Saturday, 15 July 2006

Influence of REDOX on the Rhizosphere Chemistry of Upland Soils.

A.B. De–Campos1, C.T. Johnston1, C. Huang2, and L.D. Norton2. (1) Agronomy Dept, Purdue Univ, 275 S. Russell Street, West Lafayette, IN 47907, (2) USDA-ARS, 275 S. Russell St., Purdue Univ, West Lafayette, IN 47907-2077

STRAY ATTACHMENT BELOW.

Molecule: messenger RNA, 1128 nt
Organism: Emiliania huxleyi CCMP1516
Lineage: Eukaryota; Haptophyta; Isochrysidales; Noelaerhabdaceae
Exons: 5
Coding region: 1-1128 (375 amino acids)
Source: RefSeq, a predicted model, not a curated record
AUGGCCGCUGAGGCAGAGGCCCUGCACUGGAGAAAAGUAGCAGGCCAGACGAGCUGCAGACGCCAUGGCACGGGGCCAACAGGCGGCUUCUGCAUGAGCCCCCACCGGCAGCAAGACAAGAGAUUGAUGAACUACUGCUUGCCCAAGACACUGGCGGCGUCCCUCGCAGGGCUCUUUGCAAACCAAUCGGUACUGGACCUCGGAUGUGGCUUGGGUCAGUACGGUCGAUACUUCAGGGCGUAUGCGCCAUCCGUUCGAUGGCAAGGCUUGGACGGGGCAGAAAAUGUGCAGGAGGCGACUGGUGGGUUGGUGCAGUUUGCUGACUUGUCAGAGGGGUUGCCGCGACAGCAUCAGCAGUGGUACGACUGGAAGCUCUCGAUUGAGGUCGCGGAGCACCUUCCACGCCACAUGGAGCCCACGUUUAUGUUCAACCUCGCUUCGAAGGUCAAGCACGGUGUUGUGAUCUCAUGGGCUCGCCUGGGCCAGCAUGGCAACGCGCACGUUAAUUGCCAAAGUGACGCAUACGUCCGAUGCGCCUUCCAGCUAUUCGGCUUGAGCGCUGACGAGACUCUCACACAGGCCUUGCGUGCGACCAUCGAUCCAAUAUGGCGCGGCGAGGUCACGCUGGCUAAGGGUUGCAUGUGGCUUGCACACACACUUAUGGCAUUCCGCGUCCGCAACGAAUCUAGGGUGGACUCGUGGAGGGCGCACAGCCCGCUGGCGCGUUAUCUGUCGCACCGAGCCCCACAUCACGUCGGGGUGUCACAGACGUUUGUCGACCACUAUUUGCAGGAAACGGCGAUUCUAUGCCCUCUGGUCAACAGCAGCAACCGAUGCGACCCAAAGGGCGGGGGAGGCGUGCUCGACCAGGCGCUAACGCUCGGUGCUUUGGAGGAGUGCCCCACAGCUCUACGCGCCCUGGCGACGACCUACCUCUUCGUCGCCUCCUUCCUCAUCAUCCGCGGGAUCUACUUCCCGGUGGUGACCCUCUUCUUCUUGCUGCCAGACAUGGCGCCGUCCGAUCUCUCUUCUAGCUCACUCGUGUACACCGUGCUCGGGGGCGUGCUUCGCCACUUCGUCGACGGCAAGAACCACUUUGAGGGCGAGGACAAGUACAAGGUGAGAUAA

Many upland soils in the Midwest of the US are temporally flooded during the Spring. These soils can remain water saturated for days, weeks, or even months. The effects of prolonged saturation on the biogeochemical processes that occur in these soils are not fully understood and are the subject of this study. To evaluate the biogeochemical changes that occur in these soils during prolonged saturation, we investigated the REDOX-induced changes in the soil solution with an emphasis on N, P, and REDOX sensitive constituents. Soil solution chemistry was investigated for a silty clay loam soil (Udollic Epiaqualfs) that was saturated for 1 hour, 1, 7 and 28 days. In addition, CO2 evolution from these soils was measured as a measure of the biological activity for these four hydrologic treatments. Samples were analyzed for pH, REDOX potential, P, NO3-, NH4+, and REDOX-sensitive constituents Fe, Mn, S, and dissolved organic carbon. REDOX induced changes included: a lowering of the REDOX potential after 7 days, an increase in pH of up to 2.3 units after 28 days, a decrease in NO3- and an increase in NH4+, total P, Fe, Mn, DOC. The net CO2 evolution over the 28 days was 14 umol/g. The changes in REDOX are strongly coupled with changes in pH, and the chemical composition of the soil solution. These results have important implications for potential impact on offsite water quality.

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